“It’s not truly cyclic,” Kinney maintained, according to the press release. “A recent cyclic model gets around this entropy buildup problem by proposing that the universe expands a whole bunch with each cycle, diluting the entropy.” As Kinney added, the stretching out of the universe would expand it to the point of getting rid of cosmic structures like black holes, which would return the universe to its “original homogenous state before another bounce begins.”

What the study from Kinney and Stein shows is that in the way the recent model solved the entropy problem, a beginning must still be added to the universe, disrupting the model’s supposedly cyclic nature. A cyclic universe can’t be stretched without end into the past.

What’s before the singularity?

If there was a beginning to the universe, even in bouncing universe models, as their work demonstrated, the scientists want to find out what happened before that, before the singularity. “The idea that there was a point in time before which there was nothing, no time, bothers us, and we want to know what there was before that — scientists included,” elaborated Stein, the study’s co-author and a Ph.D. student in physics.

In further describing the significance of their research, Stein expressed her enthusiasm for this area of study: “There are a lot of reasons to be curious about the early universe, but I think my favorite is the natural human tendency to want to know what came before,” she stated in the press release. Stein also pointed out that creation stories are commonly found in different cultures and histories of people. People want to have a conception of what was present in the beginning. “We always want to know where we came from,” she added.

The Roger Penrose exception

The scientists behind the new study pointed out that while they stand by their critique of the Big Bounce universes, their work doesn’t apply to the cyclic universe model proposed by the physicist Sir Roger Penrose. Penrose, a Nobel Prize Laureate, who advocates for a model of the cyclic universe that he called conformal cyclic cosmology. In his concept of a bouncing universe, each cycle, which he called an “aeon,” expands to infinity without periods of contraction. Instead, the theory proposes that the universe expands until all matter decays, sucked up by black holes, which also eventually disappear due to the emission of Hawking radiation. As uniformity is restored, the former universe becomes physically identical to the Big Bang of the next aeon, and a new universe is born.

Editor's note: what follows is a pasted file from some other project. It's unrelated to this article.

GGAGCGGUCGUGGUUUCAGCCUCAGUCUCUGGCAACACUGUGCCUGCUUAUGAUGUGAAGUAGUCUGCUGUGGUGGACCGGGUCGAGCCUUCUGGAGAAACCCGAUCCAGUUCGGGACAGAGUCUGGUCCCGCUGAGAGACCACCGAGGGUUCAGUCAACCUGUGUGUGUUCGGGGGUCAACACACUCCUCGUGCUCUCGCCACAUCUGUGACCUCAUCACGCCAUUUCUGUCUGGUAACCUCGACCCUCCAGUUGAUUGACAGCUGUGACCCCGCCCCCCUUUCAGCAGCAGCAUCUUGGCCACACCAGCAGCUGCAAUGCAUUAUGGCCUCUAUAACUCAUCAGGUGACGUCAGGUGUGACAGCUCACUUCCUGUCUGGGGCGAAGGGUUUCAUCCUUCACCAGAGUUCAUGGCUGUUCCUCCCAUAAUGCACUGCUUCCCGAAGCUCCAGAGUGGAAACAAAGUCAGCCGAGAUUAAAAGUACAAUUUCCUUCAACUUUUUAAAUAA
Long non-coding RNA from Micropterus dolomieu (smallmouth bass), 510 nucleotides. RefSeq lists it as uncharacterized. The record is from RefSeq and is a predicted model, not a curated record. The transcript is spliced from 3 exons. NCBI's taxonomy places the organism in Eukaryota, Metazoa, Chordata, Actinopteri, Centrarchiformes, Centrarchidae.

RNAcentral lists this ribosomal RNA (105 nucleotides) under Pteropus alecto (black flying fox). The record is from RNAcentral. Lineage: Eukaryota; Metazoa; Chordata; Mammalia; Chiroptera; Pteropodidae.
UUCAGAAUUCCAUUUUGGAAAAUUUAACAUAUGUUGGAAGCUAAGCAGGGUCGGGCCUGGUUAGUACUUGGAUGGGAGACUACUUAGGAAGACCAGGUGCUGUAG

“We’re working on that one,” said Kinney, referring to their work in applying their theory to Penrose’s cyclic model.

Check out their paper titled “Cyclic cosmology and geodesic completeness.”


We consider recently proposed bouncing cosmological models for which the Hubble parameter is periodic in time, but the scale factor grows from one cycle to the next as a mechanism for shedding entropy. Since the scale factor for a flat universe is equivalent to an overall conformal factor, it has been argued that this growth corresponds to a physically irrelevant rescaling, and such bouncing universes can be made perfectly cyclic, extending infinitely into the past and future. We show that any bouncing universe which uses growth of the scale factor to dissipate entropy must necessarily be geodesically past-incomplete, and therefore cannot be truly cyclic in time.